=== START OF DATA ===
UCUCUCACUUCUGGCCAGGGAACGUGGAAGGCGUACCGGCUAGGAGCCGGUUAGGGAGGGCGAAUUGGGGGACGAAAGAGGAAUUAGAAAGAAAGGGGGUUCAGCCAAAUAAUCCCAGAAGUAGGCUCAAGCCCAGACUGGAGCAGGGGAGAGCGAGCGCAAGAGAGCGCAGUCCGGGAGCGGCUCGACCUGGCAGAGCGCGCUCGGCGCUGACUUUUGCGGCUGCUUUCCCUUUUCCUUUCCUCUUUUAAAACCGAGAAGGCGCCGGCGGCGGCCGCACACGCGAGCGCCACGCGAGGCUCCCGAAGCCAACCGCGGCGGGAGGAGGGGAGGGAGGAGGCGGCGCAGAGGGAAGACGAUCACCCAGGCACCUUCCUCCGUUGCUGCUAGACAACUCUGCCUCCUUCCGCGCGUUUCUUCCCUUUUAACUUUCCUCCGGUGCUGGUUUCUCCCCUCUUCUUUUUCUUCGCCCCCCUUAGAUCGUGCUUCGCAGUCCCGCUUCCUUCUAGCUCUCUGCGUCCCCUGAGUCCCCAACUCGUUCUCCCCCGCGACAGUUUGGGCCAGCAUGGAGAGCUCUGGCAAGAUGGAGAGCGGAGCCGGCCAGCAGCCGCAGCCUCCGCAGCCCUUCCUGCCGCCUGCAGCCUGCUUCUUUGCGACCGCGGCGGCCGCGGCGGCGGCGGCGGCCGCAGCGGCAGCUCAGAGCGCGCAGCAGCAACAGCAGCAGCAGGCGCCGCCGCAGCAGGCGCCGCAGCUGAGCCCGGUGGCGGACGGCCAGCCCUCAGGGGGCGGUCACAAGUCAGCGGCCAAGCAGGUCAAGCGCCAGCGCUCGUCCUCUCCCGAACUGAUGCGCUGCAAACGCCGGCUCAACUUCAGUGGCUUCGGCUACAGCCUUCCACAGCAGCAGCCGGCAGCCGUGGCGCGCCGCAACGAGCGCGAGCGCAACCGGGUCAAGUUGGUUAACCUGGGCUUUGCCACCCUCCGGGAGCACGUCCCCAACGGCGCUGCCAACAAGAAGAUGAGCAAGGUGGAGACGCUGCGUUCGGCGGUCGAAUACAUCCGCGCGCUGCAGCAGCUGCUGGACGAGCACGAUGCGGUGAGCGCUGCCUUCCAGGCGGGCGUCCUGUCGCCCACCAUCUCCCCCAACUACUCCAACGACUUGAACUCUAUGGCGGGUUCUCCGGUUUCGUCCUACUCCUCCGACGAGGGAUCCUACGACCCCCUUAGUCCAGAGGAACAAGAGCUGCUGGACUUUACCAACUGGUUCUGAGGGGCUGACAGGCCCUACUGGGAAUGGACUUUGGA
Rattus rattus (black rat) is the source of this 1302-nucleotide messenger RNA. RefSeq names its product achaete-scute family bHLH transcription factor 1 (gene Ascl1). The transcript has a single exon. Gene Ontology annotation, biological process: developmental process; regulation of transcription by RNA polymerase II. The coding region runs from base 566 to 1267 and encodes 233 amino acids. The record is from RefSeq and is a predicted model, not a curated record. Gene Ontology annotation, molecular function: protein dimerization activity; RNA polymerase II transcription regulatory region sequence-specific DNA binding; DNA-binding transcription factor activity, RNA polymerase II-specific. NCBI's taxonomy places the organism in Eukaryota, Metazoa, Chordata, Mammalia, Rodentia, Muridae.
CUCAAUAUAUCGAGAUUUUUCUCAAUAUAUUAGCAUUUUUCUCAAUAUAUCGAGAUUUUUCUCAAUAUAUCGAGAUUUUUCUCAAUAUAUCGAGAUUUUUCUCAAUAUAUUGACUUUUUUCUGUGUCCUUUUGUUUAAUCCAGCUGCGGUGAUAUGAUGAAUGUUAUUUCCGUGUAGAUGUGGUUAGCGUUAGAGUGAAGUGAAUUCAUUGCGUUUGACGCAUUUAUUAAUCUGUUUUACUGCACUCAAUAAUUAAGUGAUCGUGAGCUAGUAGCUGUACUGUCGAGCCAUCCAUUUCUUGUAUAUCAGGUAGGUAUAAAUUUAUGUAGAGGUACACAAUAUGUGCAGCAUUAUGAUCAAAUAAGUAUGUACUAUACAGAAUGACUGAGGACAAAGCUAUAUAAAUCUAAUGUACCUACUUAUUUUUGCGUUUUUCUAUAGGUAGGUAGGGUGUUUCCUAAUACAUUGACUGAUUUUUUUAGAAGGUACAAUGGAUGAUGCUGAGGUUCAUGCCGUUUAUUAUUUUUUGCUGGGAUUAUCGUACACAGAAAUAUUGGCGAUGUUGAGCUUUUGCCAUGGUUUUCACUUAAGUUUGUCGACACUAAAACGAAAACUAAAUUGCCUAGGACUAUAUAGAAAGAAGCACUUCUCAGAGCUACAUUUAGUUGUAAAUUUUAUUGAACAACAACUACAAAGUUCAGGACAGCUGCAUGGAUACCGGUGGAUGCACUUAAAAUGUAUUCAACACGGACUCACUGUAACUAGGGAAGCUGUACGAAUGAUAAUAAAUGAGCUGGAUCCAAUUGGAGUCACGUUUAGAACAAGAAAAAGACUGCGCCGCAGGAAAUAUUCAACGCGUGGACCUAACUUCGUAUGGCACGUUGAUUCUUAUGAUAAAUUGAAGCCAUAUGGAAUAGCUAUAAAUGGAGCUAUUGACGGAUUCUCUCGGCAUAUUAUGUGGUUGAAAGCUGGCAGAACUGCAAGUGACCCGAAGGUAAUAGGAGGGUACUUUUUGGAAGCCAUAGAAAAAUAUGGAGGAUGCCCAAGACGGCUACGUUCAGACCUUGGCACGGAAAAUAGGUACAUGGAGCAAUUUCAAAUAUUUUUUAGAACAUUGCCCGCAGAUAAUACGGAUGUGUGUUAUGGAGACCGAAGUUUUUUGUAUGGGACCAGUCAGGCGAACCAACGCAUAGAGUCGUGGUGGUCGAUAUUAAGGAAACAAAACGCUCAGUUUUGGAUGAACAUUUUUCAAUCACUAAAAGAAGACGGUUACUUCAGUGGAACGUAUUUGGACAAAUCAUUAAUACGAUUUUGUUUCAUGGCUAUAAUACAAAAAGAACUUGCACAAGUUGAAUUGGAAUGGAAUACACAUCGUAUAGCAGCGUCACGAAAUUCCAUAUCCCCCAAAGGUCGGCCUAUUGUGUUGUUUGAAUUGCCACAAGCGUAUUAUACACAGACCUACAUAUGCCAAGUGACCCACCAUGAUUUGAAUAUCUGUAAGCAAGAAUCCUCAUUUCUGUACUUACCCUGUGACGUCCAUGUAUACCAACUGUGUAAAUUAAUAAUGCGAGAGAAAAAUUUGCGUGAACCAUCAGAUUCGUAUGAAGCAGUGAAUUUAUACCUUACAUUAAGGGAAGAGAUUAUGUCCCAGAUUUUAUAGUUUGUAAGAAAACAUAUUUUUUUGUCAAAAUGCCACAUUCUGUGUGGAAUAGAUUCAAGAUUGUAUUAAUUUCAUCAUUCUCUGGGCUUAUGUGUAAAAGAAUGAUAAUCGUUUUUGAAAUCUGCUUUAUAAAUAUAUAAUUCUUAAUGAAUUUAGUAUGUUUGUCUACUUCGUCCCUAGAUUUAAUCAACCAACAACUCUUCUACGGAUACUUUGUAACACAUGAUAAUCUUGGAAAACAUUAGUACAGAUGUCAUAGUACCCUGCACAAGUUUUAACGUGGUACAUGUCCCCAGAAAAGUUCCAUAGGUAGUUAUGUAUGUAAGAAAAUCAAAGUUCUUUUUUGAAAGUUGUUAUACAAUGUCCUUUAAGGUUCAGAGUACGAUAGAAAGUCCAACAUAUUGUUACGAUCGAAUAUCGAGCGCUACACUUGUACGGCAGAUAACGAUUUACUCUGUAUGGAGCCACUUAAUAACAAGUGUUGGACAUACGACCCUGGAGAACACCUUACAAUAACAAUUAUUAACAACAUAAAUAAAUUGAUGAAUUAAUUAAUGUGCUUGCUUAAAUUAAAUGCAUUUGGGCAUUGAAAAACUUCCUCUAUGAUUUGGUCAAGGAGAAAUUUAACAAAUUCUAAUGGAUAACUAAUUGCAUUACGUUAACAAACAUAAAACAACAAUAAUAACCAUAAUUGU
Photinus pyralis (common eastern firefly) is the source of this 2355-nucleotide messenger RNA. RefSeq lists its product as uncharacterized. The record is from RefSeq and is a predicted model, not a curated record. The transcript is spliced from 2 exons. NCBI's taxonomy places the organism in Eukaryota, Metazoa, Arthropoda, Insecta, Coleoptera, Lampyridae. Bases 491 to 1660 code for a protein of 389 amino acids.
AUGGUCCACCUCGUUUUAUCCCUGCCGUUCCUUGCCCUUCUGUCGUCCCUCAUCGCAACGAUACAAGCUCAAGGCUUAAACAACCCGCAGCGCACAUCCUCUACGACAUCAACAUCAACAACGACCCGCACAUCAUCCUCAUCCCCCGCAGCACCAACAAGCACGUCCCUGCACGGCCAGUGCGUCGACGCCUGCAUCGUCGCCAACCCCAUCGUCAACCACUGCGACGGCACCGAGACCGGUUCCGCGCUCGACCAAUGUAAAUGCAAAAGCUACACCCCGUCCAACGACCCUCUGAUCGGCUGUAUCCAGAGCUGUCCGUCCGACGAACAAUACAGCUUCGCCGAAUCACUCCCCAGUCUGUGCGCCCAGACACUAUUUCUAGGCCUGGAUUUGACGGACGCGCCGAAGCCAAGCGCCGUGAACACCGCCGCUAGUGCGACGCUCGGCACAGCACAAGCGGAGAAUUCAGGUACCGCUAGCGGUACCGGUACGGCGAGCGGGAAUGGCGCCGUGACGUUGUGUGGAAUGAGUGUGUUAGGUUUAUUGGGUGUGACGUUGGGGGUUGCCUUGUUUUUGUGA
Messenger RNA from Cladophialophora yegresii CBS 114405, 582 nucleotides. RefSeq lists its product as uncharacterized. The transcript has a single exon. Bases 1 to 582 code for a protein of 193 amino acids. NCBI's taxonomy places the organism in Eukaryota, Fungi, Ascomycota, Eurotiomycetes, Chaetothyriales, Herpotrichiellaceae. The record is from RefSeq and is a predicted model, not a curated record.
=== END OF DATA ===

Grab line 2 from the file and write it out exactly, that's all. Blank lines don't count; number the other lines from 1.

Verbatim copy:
Rattus rattus (black rat) is the source of this 1302-nucleotide messenger RNA. RefSeq names its product achaete-scute family bHLH transcription factor 1 (gene Ascl1). The transcript has a single exon. Gene Ontology annotation, biological process: developmental process; regulation of transcription by RNA polymerase II. The coding region runs from base 566 to 1267 and encodes 233 amino acids. The record is from RefSeq and is a predicted model, not a curated record. Gene Ontology annotation, molecular function: protein dimerization activity; RNA polymerase II transcription regulatory region sequence-specific DNA binding; DNA-binding transcription factor activity, RNA polymerase II-specific. NCBI's taxonomy places the organism in Eukaryota, Metazoa, Chordata, Mammalia, Rodentia, Muridae.